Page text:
Algeria summit: Important Files and Deep Divisions
Op-ed | This article tackles the thirty-first Arab Summit, held in Algiers on November 1 and 2, 2022, as well as the most important issues on its agenda
by Hazem Salem Dmour
- Release Date – Nov 1, 2022
The thirty-first Arab Summit is held on November 1 and 2, 2022 in Algiers, after a three-year hiatus due to the repercussions of the COVID-19 pandemic. The last Arab Summit was held in March 2019 in Tunisia. This year's summit comes in light of the continuation of old challenges, and the emergence of new Arab, regional, and international challenges, to say the least, fateful challenges facing the Arab countries and their official umbrella: League of Arab States.
Although observers and analysts opinions did not carry many expectations for the results of this Summit, but the mere fact that holding such summit represents an event that requires considering it and predicting what its outputs may carry, especially in light of the events acceleration at all levels, an acceleration that may bring with it important changes, that the Arab countries will not be distant from.
Signing the "Algiers Declaration" for Palestinian reconciliation on October 13, 2022 was entitled "Reunification Conference for Achieving the Palestinian National Unity", while the thirty-first Arab Summit is entitled the Arab "Reunification" Summit, where "reunification" seems to be an Algerian concern, that demonstrates how deep the crisis is, how wide the divisions are among Arab countries. Therefore, the priority is of unifying the efforts. The Summit also has signs of the Algerian presidency's quest to activate Algeria's Arab and regional role in the next stage.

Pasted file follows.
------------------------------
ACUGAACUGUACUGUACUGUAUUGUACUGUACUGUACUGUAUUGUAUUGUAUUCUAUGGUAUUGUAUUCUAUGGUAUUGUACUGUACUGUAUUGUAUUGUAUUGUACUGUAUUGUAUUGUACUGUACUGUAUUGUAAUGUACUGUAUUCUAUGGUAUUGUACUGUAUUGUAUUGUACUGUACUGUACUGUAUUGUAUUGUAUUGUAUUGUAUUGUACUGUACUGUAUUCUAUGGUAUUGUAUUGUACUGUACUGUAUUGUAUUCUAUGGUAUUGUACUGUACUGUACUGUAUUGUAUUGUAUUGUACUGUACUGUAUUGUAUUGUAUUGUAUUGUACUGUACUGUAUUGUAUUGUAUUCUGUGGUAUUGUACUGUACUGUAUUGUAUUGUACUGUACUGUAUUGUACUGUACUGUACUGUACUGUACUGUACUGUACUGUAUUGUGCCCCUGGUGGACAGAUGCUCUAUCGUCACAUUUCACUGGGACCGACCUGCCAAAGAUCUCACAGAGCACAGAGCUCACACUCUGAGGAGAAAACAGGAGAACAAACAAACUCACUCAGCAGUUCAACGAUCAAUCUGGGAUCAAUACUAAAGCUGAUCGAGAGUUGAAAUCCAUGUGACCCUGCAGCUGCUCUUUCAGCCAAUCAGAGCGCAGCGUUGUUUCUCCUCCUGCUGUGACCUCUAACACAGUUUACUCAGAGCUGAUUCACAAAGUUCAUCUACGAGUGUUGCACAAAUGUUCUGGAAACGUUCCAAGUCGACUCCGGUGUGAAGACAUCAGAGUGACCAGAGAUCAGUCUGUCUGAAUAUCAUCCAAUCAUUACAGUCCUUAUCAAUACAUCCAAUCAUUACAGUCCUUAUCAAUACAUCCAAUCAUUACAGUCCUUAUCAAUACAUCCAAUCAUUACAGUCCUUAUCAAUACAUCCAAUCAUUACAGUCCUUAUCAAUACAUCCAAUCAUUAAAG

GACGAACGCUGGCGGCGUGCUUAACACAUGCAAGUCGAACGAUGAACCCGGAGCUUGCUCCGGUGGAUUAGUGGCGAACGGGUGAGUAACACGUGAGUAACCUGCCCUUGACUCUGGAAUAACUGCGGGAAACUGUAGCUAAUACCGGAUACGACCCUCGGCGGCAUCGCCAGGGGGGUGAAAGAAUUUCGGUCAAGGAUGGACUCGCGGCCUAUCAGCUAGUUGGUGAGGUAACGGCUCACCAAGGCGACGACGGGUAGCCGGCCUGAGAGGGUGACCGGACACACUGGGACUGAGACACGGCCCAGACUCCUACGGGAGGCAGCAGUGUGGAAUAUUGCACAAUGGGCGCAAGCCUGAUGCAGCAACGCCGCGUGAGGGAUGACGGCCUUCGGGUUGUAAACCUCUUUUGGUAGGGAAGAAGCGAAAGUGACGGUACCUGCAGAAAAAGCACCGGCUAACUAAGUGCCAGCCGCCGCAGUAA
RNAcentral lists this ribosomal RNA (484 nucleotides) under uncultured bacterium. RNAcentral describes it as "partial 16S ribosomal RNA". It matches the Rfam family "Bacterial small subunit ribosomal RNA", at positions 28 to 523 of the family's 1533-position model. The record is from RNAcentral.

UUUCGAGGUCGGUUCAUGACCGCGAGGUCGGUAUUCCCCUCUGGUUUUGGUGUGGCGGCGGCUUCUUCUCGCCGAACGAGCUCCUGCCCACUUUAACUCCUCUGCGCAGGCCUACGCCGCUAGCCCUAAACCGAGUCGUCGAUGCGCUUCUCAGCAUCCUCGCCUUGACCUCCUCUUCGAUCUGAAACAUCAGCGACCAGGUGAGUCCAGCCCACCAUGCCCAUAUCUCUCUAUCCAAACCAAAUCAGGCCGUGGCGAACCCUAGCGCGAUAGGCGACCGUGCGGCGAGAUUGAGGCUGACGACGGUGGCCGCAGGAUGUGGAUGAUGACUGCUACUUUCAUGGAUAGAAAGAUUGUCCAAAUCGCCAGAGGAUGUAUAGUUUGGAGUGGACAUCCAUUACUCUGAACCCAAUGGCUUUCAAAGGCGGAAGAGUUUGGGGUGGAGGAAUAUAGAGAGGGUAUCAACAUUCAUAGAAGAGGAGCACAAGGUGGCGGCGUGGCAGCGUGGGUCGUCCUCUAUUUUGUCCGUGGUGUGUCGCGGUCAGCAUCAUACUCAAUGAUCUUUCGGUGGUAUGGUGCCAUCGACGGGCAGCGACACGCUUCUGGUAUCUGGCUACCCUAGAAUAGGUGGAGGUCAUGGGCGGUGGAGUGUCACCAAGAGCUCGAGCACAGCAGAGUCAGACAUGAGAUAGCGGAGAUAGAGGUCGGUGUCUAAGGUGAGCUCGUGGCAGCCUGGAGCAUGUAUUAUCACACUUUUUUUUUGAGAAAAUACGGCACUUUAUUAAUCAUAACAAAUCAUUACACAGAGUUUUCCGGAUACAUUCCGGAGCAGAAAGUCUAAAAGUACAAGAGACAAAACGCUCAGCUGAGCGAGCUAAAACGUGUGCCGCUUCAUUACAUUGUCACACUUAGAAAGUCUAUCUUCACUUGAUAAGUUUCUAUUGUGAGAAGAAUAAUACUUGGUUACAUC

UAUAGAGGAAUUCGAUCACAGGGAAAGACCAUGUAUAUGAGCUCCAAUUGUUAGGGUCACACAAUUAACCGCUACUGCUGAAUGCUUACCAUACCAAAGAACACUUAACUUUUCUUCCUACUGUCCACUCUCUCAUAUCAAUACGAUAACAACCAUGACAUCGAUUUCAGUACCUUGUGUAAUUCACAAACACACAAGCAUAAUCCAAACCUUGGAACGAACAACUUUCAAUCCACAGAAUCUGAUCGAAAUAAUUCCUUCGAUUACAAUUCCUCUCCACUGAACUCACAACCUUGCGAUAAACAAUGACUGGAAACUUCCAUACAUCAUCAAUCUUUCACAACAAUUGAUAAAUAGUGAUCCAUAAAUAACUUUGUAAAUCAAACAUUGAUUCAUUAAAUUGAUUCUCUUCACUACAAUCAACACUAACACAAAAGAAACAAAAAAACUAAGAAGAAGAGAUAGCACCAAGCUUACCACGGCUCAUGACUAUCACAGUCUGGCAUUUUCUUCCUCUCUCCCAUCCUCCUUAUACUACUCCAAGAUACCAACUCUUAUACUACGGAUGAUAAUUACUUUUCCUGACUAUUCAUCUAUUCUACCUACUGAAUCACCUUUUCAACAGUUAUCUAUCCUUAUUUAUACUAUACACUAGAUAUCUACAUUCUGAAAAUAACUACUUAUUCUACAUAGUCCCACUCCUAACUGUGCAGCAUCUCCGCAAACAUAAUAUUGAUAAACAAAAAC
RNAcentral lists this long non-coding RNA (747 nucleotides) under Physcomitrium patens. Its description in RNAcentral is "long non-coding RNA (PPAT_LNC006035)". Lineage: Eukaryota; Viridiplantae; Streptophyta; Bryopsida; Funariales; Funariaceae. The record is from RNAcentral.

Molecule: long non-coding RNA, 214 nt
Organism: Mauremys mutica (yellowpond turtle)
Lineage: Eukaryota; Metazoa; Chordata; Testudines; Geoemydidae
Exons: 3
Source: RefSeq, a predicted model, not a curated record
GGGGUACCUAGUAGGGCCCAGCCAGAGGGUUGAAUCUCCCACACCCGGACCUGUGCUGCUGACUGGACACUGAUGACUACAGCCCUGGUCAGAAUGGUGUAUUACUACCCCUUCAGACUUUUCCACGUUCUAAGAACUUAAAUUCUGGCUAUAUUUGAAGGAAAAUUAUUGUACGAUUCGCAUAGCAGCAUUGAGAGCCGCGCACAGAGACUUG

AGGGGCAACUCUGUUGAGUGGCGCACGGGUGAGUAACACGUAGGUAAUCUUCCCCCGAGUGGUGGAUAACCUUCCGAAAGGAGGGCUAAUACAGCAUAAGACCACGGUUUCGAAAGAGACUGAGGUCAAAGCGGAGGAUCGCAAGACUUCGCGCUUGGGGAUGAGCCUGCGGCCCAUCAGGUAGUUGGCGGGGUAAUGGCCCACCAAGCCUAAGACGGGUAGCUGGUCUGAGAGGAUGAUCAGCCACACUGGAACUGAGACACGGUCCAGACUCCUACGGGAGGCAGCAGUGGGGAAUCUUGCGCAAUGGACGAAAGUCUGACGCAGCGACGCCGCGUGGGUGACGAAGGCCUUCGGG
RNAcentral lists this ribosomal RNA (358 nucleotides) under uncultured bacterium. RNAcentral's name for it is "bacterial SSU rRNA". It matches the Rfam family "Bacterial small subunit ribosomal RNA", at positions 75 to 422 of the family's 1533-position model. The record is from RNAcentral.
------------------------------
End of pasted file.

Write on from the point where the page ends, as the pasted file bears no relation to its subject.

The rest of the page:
The Arab "reunification" summit, even at the formal level, will not be a "complete" summit in terms of the participation of Arab heads of state, where 15 Arab leaders are expected to participate, in the absence of some leaders, especially from the Arab Gulf countries, mainly His Majesty King Abdullah II Bin Al Hussein, Saudi Crown Prince, and Prime Minister Mohammed Bin Salman, President of the United Arab Emirates Mohammed Bin Zayed, King Hamad Bin Isa of Bahrain, Sultan Haitham Bin Tariq of Oman, and Emir of the State of Kuwait Nawaf Sabah, as well as King Mohammed VI of Morocco and outgoing Lebanese President Michel Aoun.